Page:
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Santa Ain’t Messin’ Around

The stock market bottom this week wasn’t as pessimism laden as the one in October,  but it was certainly fun nonetheless! And just like I did in October, I gave readers a few days notice to prepare for the low. Frankly, this was easy.

While it was a slightly soft seasonal time, the market sold off a few percent more than it should have which is part of the reason the rebound has been so robust. December is a haven for strong trends and several collided this week with a focus on Wednesday, Fed day. It was Santa’s turn to propel the market and boy did he deliver with the S&P 500 just a whisker away from all time highs to close the week. Yes, you read that right, ALL TIME HIGHS.

It was only a few days ago when friends, colleagues and pundits were all telling me that the quant models were wrong; bull market was over and stocks were not going to rally like they usually do this time of year. I don’t know; the bears are the ones who look to be the wounded party.

In any case, it was a great three days for the bulls, but now comes the time where I really want to see the Dow, S&P 400, Russell 2000 and Nasdaq 100 step up and grab new highs. If we fast forward to January and these indices are still lagging, I will certainly become concerned.

It was also good to see the high yield (junk) bond sector turn on a dime and take off. This group is vital to the long-term success of the bull market.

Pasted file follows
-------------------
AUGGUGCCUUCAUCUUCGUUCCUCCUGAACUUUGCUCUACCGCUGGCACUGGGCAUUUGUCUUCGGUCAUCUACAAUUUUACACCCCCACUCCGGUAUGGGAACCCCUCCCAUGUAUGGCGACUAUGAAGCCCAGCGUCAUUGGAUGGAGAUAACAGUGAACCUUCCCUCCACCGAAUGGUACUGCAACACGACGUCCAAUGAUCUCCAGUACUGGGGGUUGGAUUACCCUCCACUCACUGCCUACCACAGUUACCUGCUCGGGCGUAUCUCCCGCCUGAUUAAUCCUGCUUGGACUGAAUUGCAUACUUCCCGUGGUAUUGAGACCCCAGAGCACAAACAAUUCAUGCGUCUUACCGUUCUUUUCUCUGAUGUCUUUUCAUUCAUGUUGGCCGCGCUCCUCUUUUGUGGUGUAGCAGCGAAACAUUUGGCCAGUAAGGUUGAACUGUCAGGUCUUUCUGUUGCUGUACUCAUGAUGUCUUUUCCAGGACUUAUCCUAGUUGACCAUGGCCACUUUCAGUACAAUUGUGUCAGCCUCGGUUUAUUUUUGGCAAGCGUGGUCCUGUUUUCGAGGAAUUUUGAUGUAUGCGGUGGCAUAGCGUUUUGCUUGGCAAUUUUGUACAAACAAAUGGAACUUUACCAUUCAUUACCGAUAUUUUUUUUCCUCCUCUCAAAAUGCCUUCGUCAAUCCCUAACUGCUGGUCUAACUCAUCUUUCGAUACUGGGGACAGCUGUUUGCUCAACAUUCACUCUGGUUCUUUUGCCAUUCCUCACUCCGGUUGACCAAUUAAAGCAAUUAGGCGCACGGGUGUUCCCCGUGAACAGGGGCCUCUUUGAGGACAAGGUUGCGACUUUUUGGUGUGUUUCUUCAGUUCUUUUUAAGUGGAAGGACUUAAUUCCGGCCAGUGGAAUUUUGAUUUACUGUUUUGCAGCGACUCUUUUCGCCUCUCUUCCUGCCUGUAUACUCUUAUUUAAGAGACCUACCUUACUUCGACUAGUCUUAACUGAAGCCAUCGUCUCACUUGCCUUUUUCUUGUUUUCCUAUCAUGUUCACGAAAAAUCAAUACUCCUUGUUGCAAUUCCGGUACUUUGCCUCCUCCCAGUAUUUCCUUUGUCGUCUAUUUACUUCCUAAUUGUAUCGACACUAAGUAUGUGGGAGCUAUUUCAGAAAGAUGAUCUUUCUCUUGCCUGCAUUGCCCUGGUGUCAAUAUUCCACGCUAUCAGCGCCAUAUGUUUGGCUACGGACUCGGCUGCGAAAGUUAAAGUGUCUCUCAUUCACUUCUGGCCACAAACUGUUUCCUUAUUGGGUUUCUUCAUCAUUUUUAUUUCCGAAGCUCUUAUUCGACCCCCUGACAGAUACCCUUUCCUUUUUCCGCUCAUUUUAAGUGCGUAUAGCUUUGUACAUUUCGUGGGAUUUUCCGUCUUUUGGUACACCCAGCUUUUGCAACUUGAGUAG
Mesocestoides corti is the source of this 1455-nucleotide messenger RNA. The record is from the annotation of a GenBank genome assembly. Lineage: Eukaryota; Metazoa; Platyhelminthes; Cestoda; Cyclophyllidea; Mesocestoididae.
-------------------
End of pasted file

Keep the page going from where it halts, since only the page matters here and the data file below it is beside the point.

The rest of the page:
On the sector front, the news is less robust with plenty of sectors still not leading like I would like to see. As with the major stock market indices, let’s give them into January to get themselves healthier. Earlier this month, I sold our position in the transportation sector when it stopped rallying as crude oil collapsed. That sector needs to repair itself. Today, I sold half of our long-term position in semiconductors as they went from strong leader to laggard.

Have a good weekend and be safe!

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Santa Claus is Starting to Call… Right on Time

Over the past few weeks as stocks declined I remained firm in my forecast that Santa Claus would pay the markets a visit as he typically does in bull markets. One by one, I heard from people why this year was different, why stocks are already in a bear market, why oil would consume the market. I targeted this week and early next for the low as history suggests and for the rally to begin. Yesterday was also a very strong trend based on the Fed meeting for stocks to rally. Given Wednesday’s very impressive showing, stocks should have seen the bottom.